Counting Islam: Religion, Class, and Elections in Egypt (Problems of International Politics)
Cambridge University Press, 4/28/2014
EAN 9781107009875, ISBN10: 1107009871
Hardcover, 271 pages, 23.1 x 15.7 x 2.3 cm
Why does Islam seem to dominate Egyptian politics, especially when the country's endemic poverty and deep economic inequality would seem to render it promising terrain for a politics of radical redistribution rather than one of religious conservativism? This book argues that the answer lies not in the political unsophistication of voters, the subordination of economic interests to spiritual ones, or the ineptitude of secular and leftist politicians, but in organizational and social factors that shape the opportunities of parties in authoritarian and democratizing systems to reach potential voters. Tracing the performance of Islamists and their rivals in Egyptian elections over the course of almost forty years, this book not only explains why Islamists win elections, but illuminates the possibilities for the emergence in Egypt of the kind of political pluralism that is at the heart of what we expect from democracy.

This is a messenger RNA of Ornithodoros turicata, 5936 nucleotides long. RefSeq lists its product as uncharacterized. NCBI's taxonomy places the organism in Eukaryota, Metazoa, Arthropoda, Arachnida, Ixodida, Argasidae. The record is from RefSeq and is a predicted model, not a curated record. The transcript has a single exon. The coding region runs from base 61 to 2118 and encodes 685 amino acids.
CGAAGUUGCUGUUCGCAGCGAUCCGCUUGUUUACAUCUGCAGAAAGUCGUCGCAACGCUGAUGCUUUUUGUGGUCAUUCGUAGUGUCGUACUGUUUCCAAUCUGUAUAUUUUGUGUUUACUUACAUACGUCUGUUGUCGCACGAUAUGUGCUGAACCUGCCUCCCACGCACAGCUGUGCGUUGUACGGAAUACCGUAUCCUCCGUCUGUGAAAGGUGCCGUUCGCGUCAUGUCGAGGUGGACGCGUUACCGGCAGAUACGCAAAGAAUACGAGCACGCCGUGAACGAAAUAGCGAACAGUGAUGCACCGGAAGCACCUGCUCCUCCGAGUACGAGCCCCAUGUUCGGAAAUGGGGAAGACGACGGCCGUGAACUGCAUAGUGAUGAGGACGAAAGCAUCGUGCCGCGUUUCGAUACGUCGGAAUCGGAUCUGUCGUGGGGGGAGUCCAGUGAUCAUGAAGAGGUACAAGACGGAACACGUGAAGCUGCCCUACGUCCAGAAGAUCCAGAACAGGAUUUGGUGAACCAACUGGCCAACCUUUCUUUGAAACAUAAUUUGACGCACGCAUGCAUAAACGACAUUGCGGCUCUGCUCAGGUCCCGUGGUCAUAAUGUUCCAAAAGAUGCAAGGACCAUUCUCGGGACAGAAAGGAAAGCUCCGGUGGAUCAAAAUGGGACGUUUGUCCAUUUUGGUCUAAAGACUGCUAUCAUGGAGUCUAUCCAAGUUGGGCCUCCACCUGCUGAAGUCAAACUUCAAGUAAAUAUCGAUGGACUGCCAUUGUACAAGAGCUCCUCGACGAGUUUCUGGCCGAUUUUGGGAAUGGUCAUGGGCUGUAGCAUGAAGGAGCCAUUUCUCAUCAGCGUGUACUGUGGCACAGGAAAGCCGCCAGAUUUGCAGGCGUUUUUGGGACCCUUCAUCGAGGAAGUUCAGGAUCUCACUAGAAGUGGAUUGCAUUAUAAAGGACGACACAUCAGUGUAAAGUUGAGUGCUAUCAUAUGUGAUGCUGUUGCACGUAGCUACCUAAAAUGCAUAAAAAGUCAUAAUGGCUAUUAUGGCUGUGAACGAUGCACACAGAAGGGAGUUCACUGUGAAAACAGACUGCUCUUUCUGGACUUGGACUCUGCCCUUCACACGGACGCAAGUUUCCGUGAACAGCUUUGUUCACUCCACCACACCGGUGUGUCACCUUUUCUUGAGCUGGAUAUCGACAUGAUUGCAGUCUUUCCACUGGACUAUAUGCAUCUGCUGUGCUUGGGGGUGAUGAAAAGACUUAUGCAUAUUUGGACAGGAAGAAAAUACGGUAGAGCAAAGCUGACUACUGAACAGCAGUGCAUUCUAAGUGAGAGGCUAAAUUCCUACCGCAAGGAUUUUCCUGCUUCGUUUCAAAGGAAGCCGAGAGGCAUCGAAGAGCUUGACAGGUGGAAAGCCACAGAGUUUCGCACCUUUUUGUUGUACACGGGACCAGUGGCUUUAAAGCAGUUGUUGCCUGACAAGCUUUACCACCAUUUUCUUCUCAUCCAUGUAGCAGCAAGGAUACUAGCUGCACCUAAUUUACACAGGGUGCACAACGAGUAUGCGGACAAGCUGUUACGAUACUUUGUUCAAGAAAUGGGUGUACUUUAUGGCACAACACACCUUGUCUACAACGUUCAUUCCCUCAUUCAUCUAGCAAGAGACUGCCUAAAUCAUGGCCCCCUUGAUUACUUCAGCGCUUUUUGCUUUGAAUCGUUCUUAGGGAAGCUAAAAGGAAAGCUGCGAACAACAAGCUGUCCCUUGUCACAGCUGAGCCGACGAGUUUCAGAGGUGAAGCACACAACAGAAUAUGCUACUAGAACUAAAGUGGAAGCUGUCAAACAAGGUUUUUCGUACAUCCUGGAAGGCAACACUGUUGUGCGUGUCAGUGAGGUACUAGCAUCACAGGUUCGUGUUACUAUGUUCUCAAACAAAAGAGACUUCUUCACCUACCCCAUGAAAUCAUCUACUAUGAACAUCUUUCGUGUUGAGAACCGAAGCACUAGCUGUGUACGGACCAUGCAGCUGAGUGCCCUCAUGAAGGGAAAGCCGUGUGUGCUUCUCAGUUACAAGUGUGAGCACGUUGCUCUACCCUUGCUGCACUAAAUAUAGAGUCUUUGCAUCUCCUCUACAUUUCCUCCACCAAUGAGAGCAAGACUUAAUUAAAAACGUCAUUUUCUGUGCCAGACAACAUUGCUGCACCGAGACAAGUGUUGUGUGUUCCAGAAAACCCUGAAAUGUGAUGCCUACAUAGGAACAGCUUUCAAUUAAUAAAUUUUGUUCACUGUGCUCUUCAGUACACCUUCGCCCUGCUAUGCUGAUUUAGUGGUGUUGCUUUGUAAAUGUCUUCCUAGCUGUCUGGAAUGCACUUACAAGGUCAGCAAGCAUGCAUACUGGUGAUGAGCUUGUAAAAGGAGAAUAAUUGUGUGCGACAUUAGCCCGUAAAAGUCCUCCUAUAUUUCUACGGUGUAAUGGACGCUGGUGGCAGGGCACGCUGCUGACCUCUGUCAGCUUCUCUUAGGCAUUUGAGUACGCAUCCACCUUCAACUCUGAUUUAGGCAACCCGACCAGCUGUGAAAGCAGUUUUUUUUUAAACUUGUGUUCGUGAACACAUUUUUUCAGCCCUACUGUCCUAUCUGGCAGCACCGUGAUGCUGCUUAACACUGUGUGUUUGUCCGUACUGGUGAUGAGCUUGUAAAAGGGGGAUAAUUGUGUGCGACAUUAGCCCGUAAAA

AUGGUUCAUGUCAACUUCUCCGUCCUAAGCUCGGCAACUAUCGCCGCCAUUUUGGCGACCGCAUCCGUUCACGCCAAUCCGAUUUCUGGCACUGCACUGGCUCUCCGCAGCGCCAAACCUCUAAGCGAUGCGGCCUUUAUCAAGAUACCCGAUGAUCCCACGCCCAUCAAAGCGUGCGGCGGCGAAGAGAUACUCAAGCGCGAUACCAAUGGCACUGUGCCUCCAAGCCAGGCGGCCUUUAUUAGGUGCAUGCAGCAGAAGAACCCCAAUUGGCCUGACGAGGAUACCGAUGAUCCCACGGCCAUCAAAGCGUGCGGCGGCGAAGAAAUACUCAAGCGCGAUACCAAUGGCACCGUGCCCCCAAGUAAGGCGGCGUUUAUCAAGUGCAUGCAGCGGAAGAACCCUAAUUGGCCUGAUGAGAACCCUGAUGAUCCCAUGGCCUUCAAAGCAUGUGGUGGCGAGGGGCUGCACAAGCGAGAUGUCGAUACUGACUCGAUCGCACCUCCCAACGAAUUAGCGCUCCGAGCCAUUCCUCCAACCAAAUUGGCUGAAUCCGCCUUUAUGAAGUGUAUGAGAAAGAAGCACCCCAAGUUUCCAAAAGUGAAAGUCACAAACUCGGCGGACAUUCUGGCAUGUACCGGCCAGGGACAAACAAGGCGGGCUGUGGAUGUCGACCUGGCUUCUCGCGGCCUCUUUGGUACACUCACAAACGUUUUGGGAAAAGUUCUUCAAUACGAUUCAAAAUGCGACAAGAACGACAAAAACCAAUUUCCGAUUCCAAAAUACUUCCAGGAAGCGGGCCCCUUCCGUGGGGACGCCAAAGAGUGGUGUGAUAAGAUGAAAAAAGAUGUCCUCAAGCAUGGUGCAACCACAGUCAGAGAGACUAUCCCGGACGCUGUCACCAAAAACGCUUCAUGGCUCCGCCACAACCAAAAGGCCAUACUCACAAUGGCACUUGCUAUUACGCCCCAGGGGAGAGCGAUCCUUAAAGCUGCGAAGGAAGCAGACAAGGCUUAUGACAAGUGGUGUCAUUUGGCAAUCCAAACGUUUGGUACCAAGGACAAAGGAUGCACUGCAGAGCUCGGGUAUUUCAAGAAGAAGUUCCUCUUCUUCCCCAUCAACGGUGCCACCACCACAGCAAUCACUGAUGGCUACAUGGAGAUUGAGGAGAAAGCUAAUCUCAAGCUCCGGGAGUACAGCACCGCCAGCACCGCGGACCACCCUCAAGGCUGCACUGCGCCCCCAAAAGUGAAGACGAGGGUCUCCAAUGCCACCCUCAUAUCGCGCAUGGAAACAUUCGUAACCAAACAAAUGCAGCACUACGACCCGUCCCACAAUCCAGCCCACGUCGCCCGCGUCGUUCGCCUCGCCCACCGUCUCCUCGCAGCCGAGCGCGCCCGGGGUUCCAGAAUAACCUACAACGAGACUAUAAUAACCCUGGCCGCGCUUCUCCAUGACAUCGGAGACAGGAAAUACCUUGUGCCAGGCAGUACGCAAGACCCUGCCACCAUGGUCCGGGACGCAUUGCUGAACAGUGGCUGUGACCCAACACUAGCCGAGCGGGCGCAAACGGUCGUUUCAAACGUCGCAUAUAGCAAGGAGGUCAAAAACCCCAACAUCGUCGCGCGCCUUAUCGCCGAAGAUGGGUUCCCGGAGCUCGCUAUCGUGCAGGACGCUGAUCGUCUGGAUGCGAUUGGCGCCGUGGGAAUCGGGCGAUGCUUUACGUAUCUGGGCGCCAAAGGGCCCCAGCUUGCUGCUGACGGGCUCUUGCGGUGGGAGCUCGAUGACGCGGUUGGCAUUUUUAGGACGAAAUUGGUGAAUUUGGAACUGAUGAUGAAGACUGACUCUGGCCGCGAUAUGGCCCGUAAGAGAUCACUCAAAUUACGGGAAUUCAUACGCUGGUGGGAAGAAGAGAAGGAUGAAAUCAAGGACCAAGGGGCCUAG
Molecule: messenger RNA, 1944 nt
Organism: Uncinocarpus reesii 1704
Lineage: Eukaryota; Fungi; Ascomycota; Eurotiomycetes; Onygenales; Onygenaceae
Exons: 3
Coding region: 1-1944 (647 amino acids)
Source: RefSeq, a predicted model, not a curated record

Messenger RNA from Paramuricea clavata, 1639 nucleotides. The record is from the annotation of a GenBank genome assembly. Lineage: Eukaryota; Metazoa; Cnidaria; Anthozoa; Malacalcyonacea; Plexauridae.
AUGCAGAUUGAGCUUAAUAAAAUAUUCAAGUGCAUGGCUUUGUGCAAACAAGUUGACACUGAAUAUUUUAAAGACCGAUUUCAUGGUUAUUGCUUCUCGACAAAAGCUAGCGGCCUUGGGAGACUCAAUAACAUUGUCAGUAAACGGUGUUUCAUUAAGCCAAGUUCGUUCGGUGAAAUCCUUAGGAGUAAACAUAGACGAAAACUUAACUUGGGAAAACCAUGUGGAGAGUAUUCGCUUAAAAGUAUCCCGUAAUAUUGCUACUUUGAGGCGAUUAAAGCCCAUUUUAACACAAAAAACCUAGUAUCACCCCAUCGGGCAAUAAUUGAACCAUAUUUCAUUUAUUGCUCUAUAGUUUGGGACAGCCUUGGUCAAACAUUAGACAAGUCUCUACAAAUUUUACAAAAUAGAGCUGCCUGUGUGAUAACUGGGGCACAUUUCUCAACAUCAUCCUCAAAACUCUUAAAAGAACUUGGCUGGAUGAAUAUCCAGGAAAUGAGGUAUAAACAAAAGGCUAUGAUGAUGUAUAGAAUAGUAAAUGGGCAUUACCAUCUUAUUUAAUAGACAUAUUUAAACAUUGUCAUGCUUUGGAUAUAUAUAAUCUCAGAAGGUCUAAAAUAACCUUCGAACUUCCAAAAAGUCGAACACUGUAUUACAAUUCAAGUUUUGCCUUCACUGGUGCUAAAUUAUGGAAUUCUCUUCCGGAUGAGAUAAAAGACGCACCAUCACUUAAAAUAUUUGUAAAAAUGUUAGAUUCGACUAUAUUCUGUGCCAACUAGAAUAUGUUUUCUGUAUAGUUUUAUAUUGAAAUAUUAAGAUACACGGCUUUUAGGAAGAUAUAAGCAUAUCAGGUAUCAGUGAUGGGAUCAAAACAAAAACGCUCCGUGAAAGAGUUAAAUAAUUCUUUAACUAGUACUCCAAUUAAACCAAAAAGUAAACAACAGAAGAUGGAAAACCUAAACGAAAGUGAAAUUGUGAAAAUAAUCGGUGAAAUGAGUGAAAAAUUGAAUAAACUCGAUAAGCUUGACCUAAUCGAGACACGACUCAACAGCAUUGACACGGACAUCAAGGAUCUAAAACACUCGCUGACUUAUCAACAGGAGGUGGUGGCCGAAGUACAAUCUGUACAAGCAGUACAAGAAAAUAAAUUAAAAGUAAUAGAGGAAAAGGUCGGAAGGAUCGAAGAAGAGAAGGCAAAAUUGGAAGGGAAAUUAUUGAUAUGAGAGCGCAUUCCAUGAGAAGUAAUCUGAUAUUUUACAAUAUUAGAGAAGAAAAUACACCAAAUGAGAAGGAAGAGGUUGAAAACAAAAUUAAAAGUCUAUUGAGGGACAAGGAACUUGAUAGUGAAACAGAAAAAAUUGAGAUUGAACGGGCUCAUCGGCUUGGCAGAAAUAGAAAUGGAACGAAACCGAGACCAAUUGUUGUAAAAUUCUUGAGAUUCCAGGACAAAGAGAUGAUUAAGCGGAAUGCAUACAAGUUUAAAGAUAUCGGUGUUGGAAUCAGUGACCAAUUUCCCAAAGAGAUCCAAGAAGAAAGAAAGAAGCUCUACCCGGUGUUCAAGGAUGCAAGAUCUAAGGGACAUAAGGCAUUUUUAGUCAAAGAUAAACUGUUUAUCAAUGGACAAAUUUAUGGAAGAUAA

Islam's steady march
1. Explaining Islamist dominion
Part I. Elections under Authoritarianism
2. Clientelism and class
the tragedy of leftist opposition in Mubarak's Egypt
3. The Islamic machine?
4. Winning in the 'well-run casino'
Part II. After the 'Arab Spring'
5. God, mammon, and transition
6. Islam's organizational advantage?
requiescat in pace?